Q: I’m going into a situation that makes me severely anxious. Can I just “calm down” so I can do better? What can I do?
A: You probably won’t be able to “just calm down” by telling yourself to calm down. Instead, why not change how you think about your anxiety? One study shows that simply telling yourself that you’re excited, you can change your anxious energy into a positive force for good.
Many people experience pre-performance anxiety, and sometimes this anxiety interferes with performance.
One strategy for dealing with the anxiety is to try to get rid of it.
- Maybe you should just “try to calm down.”
- Maybe you should try to “fight” the anxiety.
- But do these strategies really work?
Here’s a hint – have you ever told an anxious person to just “calm down?” Did it work? Probably not. If we had a switch to just turn our emotions off, we’d use it all the time.
One researcher at Harvard Business School had a different idea. Maybe instead of trying to get rid of pre-performance anxiety, we could possibly think about it in a different way.
Maybe the key is to change our relationship with our anxiety.
Seems impossible? Or does it seem like a trick? Keep reading.
The results of this set of experiments was published in the Journal of Experimental Psychology: General in 2014.
There are two general psychological principles that need to be understood before we can get to this study.
First, should we try to get rid of anxiety?
This might not be the best solution.
After all, we have the emotion of anxiety for a reason: it helps us.
Anxiety causes people to prepare more before an event takes place.
The only problems are too much anxiety or too little anxiety.
Second, what is reappraisal?
Previous research suggests the best way to deal with many emotions is reappraisal.
What is reappraisal?
It’s thinking of a certain emotion in a different way, instead of trying to suppress or eliminate it.
For instance, trying to think of anxiety as a sort of focused calmness.
Can anxiety be reappraised in other ways? What about as excitement?
Anxiety, in a way, “pumps us up.” It gets us motivated and energized.
So, anxiety is actually a lot like excitement.
What if we coped with anxiety by thinking of it as a type of excitement?
Rather than give a detailed account of all the experiments, some general principles will be outlined.
- First, the researcher just wanted to see what people believed about anxiety.
- She recruited 300 participants in an online survey to simply answer a few questions regarding a hypothetical scenario. Here’s the scenario:
- “Imagine that you work in a large organization of about five hundred employees. Tomorrow, you/your coworker is scheduled to give a 30-minute speech in front of the whole company. This makes you/your coworker feel extremely anxious.”
- Some of the survey takers answered for themselves, some answered for a coworker.
They answered whether the best advice is:
- Try to relax and calm down.
- Cancel the speech or find someone else to do it.
- Try to be excited instead of anxious.
A huge majority (84.9 to 90.9%) said the best advice is “try to relax and calm down.”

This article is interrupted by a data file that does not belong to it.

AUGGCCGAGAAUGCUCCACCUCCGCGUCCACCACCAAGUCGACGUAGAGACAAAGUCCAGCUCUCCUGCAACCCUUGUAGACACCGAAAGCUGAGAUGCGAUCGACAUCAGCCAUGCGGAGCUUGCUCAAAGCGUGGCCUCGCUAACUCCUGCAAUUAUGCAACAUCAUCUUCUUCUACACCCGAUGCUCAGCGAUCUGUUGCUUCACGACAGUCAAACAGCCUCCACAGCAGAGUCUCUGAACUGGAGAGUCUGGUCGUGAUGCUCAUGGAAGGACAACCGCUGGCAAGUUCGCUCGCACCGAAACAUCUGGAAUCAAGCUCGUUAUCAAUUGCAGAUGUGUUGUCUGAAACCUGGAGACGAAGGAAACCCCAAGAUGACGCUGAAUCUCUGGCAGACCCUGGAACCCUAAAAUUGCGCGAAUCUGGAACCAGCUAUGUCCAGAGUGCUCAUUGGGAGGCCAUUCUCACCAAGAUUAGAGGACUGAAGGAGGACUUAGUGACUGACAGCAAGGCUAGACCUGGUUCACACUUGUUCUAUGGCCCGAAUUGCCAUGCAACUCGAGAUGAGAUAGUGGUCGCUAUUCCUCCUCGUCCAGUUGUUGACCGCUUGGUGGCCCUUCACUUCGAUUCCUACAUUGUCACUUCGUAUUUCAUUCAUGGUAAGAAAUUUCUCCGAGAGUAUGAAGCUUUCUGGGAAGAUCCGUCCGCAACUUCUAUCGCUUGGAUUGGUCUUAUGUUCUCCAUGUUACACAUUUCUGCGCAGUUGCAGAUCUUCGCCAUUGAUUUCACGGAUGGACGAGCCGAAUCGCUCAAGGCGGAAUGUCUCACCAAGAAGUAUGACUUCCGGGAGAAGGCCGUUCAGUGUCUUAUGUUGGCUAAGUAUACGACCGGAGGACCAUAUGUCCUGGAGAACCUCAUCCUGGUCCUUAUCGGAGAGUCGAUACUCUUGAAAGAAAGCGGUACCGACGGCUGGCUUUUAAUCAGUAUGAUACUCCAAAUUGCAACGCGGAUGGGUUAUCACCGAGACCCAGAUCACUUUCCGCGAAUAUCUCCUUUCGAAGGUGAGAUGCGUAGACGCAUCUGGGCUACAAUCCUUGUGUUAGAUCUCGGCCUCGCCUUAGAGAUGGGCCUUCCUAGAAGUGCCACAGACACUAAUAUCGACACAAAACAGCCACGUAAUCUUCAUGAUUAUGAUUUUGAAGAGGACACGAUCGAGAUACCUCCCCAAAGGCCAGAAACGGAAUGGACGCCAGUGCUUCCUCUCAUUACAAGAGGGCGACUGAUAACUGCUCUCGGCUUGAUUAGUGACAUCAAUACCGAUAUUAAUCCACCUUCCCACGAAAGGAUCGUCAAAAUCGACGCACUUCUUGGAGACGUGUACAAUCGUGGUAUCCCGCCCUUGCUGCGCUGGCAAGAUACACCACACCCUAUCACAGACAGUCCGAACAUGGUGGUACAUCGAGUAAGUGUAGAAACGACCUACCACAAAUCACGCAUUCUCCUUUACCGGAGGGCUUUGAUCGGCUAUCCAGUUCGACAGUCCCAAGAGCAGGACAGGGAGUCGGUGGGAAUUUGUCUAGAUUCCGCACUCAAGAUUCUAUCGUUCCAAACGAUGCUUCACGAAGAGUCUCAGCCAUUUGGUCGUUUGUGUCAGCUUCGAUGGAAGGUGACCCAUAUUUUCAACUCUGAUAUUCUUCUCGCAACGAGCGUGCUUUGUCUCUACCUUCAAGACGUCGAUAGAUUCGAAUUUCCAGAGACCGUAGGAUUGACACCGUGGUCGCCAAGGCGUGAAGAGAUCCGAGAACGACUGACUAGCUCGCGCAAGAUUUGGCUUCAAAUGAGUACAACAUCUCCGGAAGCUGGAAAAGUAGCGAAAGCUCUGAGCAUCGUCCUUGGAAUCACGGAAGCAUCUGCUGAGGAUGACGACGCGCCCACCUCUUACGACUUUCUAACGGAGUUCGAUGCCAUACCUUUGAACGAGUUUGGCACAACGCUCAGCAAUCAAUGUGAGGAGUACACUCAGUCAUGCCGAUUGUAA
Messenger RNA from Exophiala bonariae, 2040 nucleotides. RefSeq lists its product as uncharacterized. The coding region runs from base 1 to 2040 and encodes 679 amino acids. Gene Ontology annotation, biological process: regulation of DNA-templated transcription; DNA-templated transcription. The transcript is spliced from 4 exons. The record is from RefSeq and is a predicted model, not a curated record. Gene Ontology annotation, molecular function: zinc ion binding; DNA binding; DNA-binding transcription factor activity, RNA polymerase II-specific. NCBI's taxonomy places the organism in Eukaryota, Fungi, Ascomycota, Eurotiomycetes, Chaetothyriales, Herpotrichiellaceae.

A smaller minority (from 8% to 21%) said try to be excited instead of anxious.
A very tiny minority (less than 2%) said to cancel.
Basically, most people think that just trying to calm down is the best advice.
However, this might not be the best way after all.
The researcher in this experiment tested this strategy in three different ways: karaoke singing, public speaking, and math performance.
All three of these situations are described as anxiety-provoking by many people.
The anxiety of each situation was increased by rewards for doing well, but the money was taken away for poor performance.
I’m not going to give the details of every single experiment, since they are all similar.
In all experiments, participants were asked to perform a certain task (singing, speaking, or mathematics).
Participants were told to read a passage or say certain things to themselves:
- “I am excited”
- “I am anxious”
- “I am calm”
- Or nothing.
In other words, participants were asked to tell themselves either that they were anxious, weren’t anxious (I’m calm), or thinking of their anxiety as excitement, OR do nothing.
Participants were judged on their performance in the singing and speaking tasks.
Singing and speaking were both public performance tasks.
Independent observers rated performance on these tasks.
The mathematics task was a test that was not done in public, so it was simply scored.
In singing, speaking, and math, those who told themselves they were “excited” rather than “calm” or “anxious” performed better.
They also experienced more confidence in their own abilities.
When people tried to stay calm, it didn’t work.
When heart rate and subjective sense of anxiety was measured, people were unable to just switch these things off. People can’t “just calm down” by telling themselves to do so.
The public speakers who reappraised their anxiety as excitement were also rated as more persuasive in their arguments.
How does this work?
The researchers suggested that excitement means opportunities to experience new things, grow, and succeed.
Anxiety is fear of something threatening. It means a bad experience is coming.
So, if you are about to experience something anxiety-provoking, here’s an extremely simple way to improve your performance. Tell yourself to try and get excited, OR that you’re already excited.
That’s it. It’s free, it’s simple, it doesn’t require alcohol or drugs, and it changes your outlook.
This works whether the task is public, or even in private, anxiety-provoking situations.
Brooks, A. W. (2014). Get excited: Reappraising pre-performance anxiety as excitement. Journal of Experimental Psychology: General, 143(3), 1144-1158. Link: https://www.apa.org/pubs/journals/releases/xge-a0035325.pdf